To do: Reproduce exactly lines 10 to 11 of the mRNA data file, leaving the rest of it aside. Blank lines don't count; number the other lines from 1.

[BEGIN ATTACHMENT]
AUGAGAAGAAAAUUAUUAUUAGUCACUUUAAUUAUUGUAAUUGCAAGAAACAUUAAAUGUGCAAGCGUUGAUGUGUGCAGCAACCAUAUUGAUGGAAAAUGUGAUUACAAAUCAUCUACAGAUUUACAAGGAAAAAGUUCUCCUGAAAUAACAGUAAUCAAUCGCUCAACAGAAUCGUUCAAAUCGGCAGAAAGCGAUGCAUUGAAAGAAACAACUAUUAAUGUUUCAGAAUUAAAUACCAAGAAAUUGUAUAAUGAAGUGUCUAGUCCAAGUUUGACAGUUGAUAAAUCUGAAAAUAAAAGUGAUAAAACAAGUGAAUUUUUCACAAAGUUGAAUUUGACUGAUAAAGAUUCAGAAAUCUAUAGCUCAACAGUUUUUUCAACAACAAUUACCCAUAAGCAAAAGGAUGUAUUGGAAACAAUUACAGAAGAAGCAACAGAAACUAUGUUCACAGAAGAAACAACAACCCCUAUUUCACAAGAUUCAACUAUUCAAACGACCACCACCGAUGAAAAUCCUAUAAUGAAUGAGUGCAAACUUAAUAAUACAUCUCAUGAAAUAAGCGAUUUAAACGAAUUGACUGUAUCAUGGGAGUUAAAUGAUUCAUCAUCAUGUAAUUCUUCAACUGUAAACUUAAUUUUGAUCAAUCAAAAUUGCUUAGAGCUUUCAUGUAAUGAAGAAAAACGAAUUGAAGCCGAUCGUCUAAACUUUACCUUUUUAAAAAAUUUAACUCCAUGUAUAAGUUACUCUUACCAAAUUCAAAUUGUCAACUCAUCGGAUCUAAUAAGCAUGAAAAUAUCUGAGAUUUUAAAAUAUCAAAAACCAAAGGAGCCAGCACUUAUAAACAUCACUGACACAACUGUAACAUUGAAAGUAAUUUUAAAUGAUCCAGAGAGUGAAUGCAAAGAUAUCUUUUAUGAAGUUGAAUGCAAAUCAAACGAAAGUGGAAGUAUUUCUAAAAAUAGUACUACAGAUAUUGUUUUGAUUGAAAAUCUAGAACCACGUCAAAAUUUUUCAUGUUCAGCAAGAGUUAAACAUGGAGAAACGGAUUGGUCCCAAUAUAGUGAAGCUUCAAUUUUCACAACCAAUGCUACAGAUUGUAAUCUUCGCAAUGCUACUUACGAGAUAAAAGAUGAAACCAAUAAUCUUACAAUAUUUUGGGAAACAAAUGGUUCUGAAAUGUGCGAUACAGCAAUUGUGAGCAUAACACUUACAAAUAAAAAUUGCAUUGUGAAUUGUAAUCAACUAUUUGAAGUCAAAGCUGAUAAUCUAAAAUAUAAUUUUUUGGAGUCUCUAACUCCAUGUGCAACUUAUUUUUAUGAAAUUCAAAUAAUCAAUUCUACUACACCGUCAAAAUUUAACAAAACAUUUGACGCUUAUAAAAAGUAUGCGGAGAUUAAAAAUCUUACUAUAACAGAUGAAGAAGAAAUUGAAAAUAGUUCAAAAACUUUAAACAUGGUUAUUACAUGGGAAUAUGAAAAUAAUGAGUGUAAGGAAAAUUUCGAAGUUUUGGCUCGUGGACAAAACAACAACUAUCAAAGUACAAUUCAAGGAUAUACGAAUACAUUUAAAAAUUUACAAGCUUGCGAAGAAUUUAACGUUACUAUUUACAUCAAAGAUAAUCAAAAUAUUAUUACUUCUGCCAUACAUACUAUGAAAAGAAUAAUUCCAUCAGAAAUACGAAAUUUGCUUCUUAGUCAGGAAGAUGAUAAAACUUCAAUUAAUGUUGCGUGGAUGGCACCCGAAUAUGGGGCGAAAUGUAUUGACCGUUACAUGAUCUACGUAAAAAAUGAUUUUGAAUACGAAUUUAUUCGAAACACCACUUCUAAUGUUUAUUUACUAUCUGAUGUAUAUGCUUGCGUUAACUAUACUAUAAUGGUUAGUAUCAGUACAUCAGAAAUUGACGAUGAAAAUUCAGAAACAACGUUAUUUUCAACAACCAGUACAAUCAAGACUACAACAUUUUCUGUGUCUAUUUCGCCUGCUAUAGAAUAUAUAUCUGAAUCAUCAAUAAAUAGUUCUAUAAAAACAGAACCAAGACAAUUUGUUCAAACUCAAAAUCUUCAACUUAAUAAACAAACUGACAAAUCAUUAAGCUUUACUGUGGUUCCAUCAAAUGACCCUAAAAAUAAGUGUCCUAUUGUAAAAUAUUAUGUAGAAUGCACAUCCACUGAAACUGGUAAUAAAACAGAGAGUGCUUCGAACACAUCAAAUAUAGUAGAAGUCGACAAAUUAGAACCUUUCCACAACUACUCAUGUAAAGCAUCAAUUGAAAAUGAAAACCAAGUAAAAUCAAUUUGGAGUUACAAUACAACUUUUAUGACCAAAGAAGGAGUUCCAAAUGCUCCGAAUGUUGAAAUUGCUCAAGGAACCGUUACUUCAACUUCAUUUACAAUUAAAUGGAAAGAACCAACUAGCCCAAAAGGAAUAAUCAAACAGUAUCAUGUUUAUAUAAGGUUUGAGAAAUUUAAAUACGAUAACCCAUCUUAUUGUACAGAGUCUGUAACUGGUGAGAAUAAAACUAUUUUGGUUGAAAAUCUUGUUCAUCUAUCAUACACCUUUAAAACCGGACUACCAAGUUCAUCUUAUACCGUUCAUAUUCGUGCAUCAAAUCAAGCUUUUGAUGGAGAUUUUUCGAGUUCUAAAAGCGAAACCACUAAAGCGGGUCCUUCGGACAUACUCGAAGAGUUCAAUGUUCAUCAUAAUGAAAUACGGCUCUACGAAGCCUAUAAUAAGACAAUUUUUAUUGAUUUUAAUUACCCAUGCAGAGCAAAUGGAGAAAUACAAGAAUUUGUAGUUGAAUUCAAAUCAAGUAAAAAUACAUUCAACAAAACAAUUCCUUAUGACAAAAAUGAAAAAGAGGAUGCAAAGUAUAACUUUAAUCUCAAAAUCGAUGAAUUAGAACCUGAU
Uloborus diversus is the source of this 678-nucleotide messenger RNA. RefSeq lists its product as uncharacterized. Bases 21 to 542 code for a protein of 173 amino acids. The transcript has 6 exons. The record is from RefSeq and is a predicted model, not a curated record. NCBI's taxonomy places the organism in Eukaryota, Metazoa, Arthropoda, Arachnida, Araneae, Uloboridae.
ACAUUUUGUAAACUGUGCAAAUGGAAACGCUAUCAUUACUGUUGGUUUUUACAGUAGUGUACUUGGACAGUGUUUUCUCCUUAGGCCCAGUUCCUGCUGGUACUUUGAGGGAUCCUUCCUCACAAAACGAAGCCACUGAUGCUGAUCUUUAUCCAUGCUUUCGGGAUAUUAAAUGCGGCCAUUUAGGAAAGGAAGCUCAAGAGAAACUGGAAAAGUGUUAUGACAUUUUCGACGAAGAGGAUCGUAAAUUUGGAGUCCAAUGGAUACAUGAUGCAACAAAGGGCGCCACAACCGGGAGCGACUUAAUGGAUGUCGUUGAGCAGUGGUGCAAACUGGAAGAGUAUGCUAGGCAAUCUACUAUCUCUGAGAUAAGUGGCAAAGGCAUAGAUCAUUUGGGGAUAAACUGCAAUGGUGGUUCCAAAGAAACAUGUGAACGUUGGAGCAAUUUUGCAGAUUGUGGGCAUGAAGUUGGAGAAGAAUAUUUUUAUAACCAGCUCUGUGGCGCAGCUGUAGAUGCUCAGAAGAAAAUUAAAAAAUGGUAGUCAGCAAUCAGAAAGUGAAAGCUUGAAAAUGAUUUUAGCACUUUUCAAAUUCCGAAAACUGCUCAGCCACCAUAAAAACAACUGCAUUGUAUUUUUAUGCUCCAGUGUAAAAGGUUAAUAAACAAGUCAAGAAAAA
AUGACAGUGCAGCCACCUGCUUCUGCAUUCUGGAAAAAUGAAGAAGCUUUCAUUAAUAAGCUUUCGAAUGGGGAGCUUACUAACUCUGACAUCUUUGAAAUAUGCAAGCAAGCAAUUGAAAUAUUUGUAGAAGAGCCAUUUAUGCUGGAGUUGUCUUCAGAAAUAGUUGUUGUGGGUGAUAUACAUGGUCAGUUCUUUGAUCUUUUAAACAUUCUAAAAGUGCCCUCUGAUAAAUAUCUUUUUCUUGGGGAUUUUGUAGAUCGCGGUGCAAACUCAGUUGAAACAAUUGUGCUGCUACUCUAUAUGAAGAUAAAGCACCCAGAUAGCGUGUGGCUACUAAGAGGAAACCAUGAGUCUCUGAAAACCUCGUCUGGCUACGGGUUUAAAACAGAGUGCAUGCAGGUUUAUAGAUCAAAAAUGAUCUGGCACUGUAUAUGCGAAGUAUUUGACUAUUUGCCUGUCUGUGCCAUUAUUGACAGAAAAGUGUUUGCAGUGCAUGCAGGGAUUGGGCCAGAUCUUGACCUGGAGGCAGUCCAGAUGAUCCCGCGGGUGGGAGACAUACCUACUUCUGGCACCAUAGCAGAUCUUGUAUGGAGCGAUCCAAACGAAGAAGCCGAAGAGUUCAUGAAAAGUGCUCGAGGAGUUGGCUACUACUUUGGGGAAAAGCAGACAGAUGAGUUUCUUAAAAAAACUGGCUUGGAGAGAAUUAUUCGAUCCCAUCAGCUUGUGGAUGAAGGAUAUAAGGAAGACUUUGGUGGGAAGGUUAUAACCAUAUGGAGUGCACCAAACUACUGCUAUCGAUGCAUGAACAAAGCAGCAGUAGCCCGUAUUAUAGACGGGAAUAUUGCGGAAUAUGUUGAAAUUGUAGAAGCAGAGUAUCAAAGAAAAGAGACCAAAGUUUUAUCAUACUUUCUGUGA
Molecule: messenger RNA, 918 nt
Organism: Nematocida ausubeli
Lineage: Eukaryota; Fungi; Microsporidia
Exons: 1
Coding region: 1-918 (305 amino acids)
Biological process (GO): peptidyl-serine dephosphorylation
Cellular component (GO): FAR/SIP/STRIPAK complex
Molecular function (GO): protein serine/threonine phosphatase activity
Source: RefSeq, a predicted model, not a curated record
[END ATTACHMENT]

Biological process (GO): peptidyl-serine dephosphorylation
Cellular component (GO): FAR/SIP/STRIPAK complex